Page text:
Ten students at Widener University Delaware Law School recently were admitted to the limited practice of law in Delaware under a state rule that allows them to be appear in some courts and legal forums on behalf of clients they are representing as student advocates.
Delaware Supreme Court Justice Randy J. Holland presided over the Delaware Supreme Court hearing, held at the law school in Wilmington. The students were sworn in connection with their roles as interns in the Delaware Civil Law Clinic, the Environmental and Natural Resources Law Clinic, or in an externship program with the Delaware Department of Justice.
The volunteer experiences are a component of their law school education, for which students earn credits toward their Juris Doctor degrees. The students provide a valuable service — under the supervision of licensed attorneys — on behalf of clients that include domestic violence victims who cannot afford representation, nonprofit environmental organizations and individuals seeking to protect the environment, and the people of Delaware served by the Department of Justice. The work builds valuable skills and experience.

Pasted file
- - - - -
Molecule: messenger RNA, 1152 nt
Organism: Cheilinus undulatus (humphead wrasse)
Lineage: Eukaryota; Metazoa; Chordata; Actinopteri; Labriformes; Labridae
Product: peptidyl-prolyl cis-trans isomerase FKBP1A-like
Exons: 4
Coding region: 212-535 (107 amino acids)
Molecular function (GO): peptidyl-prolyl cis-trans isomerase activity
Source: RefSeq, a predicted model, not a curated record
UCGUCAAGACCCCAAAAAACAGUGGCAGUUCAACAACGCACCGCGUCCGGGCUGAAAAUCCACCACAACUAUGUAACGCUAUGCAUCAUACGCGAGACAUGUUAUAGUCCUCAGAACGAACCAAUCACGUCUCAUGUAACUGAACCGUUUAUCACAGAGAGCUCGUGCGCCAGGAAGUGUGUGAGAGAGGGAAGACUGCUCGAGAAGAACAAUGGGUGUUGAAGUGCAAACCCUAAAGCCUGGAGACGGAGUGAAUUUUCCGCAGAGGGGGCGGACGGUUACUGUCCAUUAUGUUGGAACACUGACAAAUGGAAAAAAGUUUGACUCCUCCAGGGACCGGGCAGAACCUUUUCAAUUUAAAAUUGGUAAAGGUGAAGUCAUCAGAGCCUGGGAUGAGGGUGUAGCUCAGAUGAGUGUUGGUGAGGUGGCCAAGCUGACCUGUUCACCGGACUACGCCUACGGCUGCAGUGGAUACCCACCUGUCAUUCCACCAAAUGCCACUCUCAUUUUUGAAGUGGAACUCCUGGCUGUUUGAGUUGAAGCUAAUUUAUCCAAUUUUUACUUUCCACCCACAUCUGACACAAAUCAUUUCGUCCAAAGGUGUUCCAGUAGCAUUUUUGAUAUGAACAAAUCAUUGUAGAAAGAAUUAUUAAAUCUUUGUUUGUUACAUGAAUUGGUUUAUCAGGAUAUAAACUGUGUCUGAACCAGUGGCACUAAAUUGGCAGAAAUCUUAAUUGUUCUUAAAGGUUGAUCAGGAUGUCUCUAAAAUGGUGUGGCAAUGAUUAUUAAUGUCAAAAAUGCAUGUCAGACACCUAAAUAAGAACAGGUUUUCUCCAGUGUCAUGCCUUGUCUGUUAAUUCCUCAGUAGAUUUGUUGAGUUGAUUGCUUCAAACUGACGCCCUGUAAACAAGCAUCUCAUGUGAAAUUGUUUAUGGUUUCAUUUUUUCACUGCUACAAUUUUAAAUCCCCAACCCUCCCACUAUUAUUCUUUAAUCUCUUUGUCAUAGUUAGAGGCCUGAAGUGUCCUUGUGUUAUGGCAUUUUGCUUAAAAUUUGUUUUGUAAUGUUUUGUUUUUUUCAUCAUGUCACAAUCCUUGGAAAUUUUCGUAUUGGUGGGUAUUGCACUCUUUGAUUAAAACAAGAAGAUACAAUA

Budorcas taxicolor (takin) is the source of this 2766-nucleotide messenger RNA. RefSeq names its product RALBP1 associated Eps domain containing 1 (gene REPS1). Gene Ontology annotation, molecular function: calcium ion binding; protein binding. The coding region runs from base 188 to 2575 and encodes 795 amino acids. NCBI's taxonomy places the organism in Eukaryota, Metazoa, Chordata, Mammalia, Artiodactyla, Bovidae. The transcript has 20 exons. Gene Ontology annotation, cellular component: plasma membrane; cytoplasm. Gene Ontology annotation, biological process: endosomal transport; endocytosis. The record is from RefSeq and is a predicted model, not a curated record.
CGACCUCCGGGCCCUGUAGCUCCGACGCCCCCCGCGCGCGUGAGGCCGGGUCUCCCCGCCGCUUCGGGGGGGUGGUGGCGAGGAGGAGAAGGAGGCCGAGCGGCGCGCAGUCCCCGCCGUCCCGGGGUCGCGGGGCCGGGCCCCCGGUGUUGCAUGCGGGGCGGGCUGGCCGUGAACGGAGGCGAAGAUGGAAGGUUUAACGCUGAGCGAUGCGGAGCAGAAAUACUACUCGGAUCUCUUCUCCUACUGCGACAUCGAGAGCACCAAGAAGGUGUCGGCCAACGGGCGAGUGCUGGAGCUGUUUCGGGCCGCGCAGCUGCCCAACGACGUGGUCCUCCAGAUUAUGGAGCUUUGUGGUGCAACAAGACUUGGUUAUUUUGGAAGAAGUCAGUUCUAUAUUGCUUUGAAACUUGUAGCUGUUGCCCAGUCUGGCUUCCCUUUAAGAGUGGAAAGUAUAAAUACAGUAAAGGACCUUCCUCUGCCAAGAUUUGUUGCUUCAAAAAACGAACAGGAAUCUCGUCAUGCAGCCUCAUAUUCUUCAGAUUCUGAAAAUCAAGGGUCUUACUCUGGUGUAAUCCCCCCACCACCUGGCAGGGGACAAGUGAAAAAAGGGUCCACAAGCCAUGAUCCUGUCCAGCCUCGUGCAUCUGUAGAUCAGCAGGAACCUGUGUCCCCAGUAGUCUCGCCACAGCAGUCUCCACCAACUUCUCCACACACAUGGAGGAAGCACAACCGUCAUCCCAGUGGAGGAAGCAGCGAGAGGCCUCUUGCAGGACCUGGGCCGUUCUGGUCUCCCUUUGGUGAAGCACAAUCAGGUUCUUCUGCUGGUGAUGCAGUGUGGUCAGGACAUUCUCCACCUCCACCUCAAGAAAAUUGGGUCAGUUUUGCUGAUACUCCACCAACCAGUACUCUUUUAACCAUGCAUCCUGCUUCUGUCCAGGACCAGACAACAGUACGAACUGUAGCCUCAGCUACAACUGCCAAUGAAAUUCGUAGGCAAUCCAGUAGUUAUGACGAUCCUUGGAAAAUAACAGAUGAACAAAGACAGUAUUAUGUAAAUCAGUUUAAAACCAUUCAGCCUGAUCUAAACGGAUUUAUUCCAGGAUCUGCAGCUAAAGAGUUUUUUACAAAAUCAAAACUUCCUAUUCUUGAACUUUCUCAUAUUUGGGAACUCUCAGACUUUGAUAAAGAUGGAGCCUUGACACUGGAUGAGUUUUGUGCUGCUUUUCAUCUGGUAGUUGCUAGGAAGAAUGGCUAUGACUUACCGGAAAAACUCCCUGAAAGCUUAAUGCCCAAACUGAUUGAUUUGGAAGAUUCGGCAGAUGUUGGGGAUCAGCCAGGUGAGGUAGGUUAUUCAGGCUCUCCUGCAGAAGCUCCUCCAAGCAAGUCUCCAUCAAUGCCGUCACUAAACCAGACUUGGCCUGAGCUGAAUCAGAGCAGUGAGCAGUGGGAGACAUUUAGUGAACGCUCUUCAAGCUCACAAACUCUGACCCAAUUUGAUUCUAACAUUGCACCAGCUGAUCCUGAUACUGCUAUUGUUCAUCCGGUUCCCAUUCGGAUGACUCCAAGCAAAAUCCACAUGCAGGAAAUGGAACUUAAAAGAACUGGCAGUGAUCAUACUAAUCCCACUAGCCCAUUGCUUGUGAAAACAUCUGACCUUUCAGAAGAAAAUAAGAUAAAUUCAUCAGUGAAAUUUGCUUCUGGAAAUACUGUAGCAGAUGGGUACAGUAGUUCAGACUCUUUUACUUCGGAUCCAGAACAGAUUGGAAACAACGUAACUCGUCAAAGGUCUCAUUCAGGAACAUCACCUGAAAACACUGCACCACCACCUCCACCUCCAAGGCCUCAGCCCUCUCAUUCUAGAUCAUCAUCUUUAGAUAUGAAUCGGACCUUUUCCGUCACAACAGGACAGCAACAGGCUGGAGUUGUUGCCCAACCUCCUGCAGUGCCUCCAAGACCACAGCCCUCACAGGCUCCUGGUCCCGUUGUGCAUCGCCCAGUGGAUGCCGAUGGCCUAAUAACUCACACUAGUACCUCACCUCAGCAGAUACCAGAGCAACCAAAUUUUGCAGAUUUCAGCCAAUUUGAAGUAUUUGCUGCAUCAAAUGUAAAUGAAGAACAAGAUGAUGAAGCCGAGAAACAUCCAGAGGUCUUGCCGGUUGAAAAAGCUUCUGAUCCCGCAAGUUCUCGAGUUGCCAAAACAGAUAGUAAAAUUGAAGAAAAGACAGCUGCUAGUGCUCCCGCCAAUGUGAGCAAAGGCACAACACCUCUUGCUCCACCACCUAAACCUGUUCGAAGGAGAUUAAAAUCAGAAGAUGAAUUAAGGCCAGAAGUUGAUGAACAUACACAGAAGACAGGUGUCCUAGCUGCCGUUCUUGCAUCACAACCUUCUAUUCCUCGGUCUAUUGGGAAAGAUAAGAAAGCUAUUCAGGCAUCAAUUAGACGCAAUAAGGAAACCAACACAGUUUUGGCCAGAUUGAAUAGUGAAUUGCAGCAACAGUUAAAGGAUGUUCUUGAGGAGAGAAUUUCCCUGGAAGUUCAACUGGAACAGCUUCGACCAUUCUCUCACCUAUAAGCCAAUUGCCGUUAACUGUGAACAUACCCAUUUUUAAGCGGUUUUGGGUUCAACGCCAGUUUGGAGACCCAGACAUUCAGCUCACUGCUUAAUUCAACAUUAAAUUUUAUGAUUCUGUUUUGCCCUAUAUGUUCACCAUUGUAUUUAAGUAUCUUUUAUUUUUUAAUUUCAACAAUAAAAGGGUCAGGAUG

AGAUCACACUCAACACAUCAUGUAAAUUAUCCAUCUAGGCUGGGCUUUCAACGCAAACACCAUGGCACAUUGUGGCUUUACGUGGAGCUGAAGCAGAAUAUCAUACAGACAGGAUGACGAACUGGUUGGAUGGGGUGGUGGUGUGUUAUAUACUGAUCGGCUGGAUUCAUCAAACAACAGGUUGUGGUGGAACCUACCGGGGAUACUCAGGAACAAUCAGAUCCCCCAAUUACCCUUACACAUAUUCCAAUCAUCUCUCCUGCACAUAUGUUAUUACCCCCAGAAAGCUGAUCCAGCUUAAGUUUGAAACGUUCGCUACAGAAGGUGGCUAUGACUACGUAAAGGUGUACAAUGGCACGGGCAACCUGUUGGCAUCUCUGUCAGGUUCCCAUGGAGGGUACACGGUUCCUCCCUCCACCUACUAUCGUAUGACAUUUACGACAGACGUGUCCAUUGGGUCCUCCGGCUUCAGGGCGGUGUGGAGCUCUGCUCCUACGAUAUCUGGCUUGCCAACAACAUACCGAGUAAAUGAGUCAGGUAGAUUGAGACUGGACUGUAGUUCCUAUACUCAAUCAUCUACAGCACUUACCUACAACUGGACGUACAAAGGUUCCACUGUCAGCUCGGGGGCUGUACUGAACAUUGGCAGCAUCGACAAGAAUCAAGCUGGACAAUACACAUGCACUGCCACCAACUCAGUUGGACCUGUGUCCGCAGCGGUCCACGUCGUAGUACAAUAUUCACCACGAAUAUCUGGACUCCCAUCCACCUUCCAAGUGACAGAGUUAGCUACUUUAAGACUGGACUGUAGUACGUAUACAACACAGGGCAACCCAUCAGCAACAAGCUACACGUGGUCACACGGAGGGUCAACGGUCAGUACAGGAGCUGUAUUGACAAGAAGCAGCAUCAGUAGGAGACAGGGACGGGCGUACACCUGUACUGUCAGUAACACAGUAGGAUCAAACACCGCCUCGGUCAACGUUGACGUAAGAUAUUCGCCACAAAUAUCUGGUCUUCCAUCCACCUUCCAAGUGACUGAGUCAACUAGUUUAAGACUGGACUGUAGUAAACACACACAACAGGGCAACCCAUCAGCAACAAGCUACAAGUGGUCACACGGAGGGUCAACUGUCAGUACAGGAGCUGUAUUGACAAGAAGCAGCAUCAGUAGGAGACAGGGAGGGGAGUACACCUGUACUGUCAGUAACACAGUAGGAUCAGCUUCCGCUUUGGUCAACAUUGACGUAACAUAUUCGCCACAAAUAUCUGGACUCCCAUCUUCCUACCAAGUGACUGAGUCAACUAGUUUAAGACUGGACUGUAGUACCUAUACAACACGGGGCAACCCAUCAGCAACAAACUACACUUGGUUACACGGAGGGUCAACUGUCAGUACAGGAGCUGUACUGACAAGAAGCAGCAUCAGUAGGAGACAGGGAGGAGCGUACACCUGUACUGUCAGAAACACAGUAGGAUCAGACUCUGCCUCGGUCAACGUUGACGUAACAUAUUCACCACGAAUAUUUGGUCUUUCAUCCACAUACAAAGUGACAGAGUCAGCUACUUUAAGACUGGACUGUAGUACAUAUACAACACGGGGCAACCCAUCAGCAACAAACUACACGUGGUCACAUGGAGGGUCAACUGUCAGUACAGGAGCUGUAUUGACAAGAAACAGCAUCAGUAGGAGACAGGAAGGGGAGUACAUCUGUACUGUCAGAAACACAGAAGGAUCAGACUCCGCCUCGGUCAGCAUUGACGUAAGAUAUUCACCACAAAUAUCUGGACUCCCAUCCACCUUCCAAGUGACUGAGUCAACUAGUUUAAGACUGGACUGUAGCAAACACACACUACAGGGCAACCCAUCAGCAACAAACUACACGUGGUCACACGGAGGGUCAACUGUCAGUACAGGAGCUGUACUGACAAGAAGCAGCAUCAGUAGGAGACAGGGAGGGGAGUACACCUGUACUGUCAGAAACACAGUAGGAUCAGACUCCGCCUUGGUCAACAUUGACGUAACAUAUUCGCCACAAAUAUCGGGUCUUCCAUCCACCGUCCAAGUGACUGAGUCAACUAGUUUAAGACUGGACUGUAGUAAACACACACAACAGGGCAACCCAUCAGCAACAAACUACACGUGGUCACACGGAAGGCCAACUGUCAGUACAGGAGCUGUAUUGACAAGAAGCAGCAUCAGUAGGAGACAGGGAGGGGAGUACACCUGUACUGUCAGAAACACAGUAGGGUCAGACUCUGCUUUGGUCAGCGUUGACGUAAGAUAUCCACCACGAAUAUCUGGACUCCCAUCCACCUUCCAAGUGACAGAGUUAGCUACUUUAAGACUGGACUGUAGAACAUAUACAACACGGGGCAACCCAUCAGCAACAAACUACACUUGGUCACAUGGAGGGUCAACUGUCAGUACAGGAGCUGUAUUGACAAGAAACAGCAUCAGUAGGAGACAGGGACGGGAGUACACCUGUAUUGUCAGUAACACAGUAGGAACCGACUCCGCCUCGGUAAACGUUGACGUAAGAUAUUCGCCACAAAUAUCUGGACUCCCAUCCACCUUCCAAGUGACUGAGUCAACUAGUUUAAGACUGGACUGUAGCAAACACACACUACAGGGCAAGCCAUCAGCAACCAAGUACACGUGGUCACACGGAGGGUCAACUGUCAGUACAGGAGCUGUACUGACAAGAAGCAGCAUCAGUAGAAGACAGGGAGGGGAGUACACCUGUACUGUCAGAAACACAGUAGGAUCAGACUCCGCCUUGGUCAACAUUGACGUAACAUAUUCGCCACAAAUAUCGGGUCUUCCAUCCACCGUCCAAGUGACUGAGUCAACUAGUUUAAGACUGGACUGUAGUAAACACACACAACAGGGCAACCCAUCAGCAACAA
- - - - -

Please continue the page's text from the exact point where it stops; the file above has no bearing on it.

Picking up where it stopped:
“You have a great opportunity to learn from people who will get you off on the right foot,” Holland said. He encouraged them to find ways to accommodate pro bono service in their careers once they graduate.
“An important part of being a professional is giving back,” he added.
The students involved included:
Christel Duff, of Elkton, who is married to Joseph Duff and is the daughter of Gregory Kane of Newark, Del., and Victoria Kane of Dover, Del. Duff is an intern with the Delaware Civil Clinic.
Erin Rogers, of Elkton, who is the daughter of Roy and JoAnn Rogers of Elkton. Rogers is an intern with the Delaware Civil Clinic.